Japanese regulators have announced stricter regulations for cryptocurrency exchanges in an effort to prevent another heist like the one that befell Coincheck in January, according to Nikkei Asian Review.
The country’s Financial Services Agency expects to begin using a new, stricter framework for registered cryptocurrency exchanges this summer, and will advise those that fail to meet its new rules to discontinue operations. Both new and existing operators will be required to meet the new standards.
The government has shifted its focus to strengthening consumer protection measures after initially recognizing virtual currencies as a valid form of payment in the interest of supporting the evolving technology.
The agency stated in April that new processes are needed for cryptocurrency exchange registrations that extend beyond simple documentation to include onsite investigations of how the operations are managed.
Cryptocurrency exchanges will now face harsher standards on system management, including not storing currency in internet-connected computers and having numerous passwords for currency standards.
Exchanges will also have to do more to prevent money laundering by verifying customer identification for major transfers. To keep customer assets separate from exchange assets, the exchanges will have to monitor customer account balances numerous times per day for signs of diversions. Exchanges will also be required to have rules in place to prevent their officers from using client funds.
There will also be new rules regarding the types of cryptocurrencies used at registered exchanges. Exchanges will generally not be allowed to grant a high degree of anonymity that would enable money laundering.
Stricter internal rules will also be required, including measures to separate management from shareholders. System development roles will have to be separate from those of asset management in order to prevent employees from manipulating the system for personal gain.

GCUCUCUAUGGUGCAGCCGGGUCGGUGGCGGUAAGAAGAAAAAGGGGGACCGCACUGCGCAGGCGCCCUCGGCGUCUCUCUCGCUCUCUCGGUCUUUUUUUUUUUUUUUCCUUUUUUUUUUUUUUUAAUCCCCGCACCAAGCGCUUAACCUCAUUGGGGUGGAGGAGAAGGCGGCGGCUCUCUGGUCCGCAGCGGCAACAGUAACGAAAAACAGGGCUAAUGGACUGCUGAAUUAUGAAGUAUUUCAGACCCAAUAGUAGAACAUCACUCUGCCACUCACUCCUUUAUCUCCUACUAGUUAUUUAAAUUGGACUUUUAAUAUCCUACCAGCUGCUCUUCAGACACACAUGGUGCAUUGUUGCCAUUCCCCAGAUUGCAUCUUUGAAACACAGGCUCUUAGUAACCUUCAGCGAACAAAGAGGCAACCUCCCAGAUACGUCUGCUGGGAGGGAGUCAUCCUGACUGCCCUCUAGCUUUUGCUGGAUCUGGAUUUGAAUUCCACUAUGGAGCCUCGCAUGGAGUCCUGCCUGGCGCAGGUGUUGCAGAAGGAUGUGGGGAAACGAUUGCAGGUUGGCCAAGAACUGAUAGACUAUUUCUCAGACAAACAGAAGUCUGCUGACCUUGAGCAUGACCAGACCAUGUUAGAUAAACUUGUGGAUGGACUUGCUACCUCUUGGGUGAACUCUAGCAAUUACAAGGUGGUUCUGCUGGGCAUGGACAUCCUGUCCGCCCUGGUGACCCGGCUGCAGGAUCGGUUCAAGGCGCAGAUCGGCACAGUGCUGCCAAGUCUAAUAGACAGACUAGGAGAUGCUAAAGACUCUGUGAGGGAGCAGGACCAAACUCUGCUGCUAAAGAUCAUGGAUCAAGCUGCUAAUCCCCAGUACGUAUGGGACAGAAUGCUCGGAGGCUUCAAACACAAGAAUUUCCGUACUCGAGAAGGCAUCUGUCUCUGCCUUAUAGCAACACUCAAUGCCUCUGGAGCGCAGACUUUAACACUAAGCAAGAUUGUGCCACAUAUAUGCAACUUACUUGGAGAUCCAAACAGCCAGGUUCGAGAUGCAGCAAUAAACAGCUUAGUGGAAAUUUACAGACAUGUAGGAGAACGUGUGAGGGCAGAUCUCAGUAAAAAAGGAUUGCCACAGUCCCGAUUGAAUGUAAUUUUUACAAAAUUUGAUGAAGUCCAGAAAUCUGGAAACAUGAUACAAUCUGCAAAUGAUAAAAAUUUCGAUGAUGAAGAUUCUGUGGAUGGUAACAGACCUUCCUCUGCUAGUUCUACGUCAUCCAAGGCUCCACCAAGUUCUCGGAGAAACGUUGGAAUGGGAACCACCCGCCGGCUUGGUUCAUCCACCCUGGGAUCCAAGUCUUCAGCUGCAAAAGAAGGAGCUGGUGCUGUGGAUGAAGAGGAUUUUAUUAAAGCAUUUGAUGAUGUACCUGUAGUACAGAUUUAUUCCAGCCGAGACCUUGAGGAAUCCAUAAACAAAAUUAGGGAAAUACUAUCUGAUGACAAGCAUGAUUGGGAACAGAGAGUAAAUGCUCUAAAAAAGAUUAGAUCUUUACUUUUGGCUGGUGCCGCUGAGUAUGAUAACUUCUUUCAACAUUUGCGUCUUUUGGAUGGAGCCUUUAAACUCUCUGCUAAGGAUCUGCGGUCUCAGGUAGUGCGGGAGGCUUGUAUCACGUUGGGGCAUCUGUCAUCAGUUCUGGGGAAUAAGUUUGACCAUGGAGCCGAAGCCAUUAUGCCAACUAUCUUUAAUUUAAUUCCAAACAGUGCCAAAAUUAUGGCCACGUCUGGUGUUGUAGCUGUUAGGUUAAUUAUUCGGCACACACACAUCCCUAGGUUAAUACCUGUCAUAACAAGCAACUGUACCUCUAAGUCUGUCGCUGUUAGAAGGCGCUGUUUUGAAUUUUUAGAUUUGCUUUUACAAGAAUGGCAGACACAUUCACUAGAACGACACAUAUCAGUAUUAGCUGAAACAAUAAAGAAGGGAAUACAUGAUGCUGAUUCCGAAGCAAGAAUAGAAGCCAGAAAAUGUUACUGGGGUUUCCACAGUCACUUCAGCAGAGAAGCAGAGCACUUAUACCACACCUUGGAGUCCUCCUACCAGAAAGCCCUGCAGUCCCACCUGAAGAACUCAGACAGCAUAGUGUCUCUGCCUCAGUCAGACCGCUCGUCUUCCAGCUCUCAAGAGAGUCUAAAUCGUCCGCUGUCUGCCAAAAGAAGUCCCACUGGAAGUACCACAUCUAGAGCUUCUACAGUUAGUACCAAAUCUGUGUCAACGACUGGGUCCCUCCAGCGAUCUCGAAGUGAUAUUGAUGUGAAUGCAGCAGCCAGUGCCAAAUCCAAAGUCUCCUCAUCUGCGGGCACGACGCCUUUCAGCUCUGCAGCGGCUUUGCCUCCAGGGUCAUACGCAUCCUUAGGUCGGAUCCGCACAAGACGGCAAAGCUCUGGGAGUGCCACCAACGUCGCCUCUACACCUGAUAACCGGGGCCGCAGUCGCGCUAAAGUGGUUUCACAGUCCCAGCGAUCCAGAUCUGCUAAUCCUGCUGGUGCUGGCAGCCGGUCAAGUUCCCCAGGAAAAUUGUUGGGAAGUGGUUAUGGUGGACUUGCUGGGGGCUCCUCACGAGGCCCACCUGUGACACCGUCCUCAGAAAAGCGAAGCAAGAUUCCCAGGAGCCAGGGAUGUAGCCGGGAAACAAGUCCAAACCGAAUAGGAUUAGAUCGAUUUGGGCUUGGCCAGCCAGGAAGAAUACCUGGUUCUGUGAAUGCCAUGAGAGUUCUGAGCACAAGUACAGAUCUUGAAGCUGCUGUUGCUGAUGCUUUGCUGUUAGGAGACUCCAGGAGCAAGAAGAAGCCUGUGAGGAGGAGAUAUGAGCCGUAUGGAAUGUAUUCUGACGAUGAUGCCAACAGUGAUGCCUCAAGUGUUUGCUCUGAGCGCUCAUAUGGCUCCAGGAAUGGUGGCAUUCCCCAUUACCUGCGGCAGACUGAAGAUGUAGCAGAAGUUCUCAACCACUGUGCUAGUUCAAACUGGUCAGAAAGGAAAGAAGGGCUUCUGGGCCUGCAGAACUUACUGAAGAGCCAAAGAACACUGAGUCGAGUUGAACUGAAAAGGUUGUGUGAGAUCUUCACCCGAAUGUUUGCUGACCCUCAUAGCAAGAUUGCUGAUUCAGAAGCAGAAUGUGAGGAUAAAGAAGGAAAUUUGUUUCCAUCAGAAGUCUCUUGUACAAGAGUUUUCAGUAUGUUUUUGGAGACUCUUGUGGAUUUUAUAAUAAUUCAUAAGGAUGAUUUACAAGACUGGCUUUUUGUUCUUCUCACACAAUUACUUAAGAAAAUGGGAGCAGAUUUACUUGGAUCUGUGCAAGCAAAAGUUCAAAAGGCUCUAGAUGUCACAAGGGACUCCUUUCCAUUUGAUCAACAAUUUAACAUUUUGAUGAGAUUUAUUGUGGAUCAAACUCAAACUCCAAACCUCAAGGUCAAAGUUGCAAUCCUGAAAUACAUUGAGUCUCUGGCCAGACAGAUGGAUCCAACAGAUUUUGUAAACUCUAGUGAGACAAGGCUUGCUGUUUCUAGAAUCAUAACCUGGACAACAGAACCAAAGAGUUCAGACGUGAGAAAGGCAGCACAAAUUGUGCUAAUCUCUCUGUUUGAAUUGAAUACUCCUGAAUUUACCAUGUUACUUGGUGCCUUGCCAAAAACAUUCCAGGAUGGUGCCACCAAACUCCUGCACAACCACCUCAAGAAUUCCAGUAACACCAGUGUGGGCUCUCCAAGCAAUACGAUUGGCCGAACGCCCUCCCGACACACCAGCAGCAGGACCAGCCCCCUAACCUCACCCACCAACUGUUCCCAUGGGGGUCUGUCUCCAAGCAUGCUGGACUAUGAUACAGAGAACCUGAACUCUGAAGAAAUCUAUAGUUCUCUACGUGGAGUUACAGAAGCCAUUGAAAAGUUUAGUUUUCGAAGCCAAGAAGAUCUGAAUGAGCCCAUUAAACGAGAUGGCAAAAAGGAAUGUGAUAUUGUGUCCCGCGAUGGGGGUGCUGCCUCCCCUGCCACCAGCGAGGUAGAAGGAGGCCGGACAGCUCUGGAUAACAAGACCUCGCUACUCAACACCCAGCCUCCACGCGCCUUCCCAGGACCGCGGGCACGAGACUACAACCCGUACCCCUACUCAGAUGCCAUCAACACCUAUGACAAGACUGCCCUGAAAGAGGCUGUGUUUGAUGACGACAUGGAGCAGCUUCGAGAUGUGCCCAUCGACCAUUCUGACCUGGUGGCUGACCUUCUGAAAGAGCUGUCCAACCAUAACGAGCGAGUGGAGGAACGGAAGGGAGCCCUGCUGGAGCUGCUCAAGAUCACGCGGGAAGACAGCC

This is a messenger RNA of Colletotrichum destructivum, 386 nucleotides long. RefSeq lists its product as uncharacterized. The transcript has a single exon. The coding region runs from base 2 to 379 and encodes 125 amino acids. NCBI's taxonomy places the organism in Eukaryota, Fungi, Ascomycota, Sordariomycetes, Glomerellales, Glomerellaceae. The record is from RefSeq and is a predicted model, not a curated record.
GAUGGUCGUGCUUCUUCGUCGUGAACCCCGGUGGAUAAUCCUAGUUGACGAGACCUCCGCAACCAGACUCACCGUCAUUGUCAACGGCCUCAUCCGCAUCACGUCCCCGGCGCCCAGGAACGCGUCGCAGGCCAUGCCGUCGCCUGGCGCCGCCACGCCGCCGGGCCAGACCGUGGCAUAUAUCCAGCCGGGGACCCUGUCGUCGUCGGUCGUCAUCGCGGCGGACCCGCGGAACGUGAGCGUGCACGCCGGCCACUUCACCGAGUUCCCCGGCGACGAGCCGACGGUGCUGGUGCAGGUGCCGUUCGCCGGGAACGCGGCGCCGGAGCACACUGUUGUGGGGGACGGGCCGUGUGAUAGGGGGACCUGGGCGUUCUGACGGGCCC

Operators will submit documents to register exchanges with the FSA. Following a review of these documents, the agency will have inspectors visit the exchanges that pass the initial screening to examine their operations and verify the number of employees.
By not having sufficient expertise with exchanges, the agency has been “feeling our way through the dark on how thoroughly we should check these different aspects,” an unnamed agency source said. The new system will enable the agency to conduct a detailed assessment and identify risks ahead of time.
In January, Coincheck succumbed to a record-setting hack that saw the attackers make off with $530 million worth of NEM tokens (XEM), raked in 62.6 billion yen ($573 million) in revenue, against just 8.8 billion ($8.1 million) in ordinary operating expenses.
The Japanese brokerage firm Monex Group acquired Coincheck in the wake of the hack, paying about $34 million for the disgraced exchange. One reason for the low sum is that it appeared unlikely that the country’s the FSA would grant the company a license under its previous management structure.
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